The receiver and barrel assembly were then used to pinpoint exactly where w
ood needed to be removed to complete the inletting of the receiver. The bottom of the receiver was coated with inletting black to do this. The barrel/receiver assembly was then pivoted against the stock ferrule, lowering the receiver on to the stock. The inletting black indicated exactly where I had contact and where wood needed to be removed to fully seat the receiver. This actually didn’t take long, and soon the receiver was fully seated. The best indicator for signaling when the inletting work was done was the rear handguard. When the underside of the left side of the rear handguard was parallel and level with the top of the stock, that phase was done. Don’t worry too much about having a perfect fit for the receiver because there is a bit more woodwork to do.
The receiver will be sitting too high above the stock, and the Ruger bolt stop pin is not secured and can easily drift out to either side. Normally the Ruger stock limits the movement of this pin. With our rifle we’ll need to add wood to the top of the stock to do this.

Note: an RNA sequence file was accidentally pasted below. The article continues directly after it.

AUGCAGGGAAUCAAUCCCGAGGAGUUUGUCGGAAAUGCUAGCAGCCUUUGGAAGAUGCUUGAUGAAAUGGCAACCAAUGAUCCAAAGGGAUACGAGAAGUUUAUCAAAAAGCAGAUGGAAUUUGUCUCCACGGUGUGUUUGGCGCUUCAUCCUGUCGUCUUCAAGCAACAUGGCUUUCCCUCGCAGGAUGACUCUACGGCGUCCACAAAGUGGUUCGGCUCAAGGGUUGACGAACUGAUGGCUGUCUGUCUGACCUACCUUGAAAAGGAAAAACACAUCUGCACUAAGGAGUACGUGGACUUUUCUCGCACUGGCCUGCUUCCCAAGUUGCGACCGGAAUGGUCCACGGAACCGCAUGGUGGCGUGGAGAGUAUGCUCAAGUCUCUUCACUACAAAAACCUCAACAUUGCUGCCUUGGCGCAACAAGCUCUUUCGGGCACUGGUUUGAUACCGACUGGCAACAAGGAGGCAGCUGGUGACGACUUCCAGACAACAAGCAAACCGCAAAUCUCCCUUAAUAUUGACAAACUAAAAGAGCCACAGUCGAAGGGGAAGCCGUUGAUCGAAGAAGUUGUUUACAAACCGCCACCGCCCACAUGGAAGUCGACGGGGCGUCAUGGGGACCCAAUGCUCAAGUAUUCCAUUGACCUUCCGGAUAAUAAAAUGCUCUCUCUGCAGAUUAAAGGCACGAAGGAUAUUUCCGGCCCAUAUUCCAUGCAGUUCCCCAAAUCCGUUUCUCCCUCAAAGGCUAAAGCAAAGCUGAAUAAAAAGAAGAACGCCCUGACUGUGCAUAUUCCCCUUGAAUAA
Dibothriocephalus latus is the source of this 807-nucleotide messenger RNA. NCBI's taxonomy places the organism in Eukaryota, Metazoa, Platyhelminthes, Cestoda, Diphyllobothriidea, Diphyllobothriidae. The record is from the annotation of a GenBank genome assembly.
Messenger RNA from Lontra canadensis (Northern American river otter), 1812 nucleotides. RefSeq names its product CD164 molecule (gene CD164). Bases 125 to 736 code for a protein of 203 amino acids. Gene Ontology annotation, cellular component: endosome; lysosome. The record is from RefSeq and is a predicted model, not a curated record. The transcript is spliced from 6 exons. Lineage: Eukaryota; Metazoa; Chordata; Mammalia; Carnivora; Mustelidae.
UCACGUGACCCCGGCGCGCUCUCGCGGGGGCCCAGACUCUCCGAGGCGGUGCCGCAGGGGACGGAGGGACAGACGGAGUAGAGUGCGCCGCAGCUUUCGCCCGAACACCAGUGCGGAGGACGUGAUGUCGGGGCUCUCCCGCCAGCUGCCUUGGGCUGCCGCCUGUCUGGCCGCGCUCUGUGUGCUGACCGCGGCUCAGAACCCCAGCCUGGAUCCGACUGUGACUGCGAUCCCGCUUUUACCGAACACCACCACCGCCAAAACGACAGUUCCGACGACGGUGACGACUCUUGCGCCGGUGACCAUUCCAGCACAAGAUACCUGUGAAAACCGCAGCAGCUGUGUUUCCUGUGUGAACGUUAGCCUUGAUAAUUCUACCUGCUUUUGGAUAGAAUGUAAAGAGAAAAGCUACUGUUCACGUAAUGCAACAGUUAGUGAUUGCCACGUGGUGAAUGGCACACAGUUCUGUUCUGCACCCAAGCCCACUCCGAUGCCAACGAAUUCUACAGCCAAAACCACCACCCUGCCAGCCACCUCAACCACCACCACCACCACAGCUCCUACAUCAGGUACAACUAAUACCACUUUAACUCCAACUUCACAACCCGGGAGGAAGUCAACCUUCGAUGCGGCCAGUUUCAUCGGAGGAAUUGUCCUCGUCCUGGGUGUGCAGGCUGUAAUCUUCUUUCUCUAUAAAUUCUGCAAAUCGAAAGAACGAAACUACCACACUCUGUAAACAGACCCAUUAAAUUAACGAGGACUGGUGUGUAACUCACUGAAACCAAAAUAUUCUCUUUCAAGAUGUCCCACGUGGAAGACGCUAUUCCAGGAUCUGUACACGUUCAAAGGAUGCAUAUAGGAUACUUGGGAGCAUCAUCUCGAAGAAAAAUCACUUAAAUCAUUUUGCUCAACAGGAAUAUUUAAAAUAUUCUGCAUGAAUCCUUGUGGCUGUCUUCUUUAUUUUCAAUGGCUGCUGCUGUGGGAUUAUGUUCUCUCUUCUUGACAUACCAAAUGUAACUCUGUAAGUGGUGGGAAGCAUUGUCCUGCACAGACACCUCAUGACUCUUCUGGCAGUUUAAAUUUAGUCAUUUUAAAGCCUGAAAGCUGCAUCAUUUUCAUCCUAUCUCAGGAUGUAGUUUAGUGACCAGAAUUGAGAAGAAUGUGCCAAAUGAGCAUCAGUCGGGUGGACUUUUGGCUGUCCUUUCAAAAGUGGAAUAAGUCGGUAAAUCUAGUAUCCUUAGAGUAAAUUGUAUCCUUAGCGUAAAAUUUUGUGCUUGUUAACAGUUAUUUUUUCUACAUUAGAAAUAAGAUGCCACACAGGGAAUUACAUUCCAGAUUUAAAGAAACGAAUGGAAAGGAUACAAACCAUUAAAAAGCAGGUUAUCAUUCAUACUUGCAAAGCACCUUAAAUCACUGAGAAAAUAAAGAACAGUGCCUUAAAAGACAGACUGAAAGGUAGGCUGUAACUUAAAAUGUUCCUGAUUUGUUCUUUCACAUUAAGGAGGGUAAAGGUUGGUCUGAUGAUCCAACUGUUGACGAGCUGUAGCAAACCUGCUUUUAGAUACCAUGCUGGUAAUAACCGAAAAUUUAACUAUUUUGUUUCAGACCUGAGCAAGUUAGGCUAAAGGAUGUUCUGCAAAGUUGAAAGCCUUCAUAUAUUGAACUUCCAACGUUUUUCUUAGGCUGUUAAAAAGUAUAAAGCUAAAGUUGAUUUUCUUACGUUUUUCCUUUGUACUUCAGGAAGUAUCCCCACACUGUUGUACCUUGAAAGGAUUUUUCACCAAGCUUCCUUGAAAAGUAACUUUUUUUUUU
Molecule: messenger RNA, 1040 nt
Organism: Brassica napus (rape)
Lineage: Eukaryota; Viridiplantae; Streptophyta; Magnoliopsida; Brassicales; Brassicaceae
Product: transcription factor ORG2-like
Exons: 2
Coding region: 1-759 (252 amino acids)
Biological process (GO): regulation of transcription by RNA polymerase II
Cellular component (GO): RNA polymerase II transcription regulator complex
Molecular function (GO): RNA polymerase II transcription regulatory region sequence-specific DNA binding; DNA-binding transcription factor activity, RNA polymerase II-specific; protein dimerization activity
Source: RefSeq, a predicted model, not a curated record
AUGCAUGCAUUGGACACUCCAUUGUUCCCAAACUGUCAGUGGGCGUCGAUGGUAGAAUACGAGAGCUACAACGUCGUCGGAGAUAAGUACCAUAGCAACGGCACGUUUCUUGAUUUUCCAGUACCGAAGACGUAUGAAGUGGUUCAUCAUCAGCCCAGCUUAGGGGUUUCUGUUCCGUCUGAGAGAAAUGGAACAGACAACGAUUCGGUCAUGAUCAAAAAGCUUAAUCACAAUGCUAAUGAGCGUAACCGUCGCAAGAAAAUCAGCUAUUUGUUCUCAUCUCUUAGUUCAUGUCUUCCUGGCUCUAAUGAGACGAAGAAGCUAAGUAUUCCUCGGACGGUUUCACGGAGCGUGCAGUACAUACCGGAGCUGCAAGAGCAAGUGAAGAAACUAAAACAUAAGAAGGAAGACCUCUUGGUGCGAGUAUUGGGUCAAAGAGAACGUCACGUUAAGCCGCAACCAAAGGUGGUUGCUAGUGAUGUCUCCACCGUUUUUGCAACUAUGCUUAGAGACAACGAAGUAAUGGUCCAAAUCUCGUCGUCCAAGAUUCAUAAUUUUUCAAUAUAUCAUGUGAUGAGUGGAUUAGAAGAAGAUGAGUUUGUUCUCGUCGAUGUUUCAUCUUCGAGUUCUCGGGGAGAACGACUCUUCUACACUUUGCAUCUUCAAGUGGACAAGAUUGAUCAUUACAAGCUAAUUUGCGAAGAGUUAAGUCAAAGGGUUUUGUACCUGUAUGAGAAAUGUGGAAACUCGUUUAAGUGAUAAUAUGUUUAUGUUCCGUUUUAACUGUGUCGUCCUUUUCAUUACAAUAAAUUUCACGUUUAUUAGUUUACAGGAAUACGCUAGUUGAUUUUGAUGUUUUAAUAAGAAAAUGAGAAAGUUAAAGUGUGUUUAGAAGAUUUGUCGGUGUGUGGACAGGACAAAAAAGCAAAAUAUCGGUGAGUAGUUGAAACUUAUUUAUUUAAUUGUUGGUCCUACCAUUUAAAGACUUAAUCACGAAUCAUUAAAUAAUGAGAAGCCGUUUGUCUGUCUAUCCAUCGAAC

I cut a slab of walnut 14 inches long, 3/4 inch thick, and 2¼ inches wide to surround the receiver and to fill the gap in the G.I. stock for the op rod. To make the work faster and easier, I cut away most of the excess wood in the filler slab before gluing it to the stock. When it was glued, a piece of aluminum foil was used to cover the receiver and keep the epoxy from adhering to it. When the epoxy hardened, the slab was trimmed and fitted so the barrel assembly could once again pivot into position.
I also used a bit of Brownells Acraglas Gel to bed the rear face of the receiver and to reinforce and strengthen the filler where the op rod had been located.
The underside of the stock was then shaped. I had to remove a bit of wood to allow full access to the trigger and to permit functioning of the slide safety. The floorplate was also inlet at that time. That basically took care of the shaping and modification of the stock.
Next month I’ll install a rear sight, sand and finish the wood, and do just a bit of metal finishing. Some of the scrap G.I. Garand parts are pretty rough and need just a bit of work to look nice.
Until then, good luck and good gunsmithing!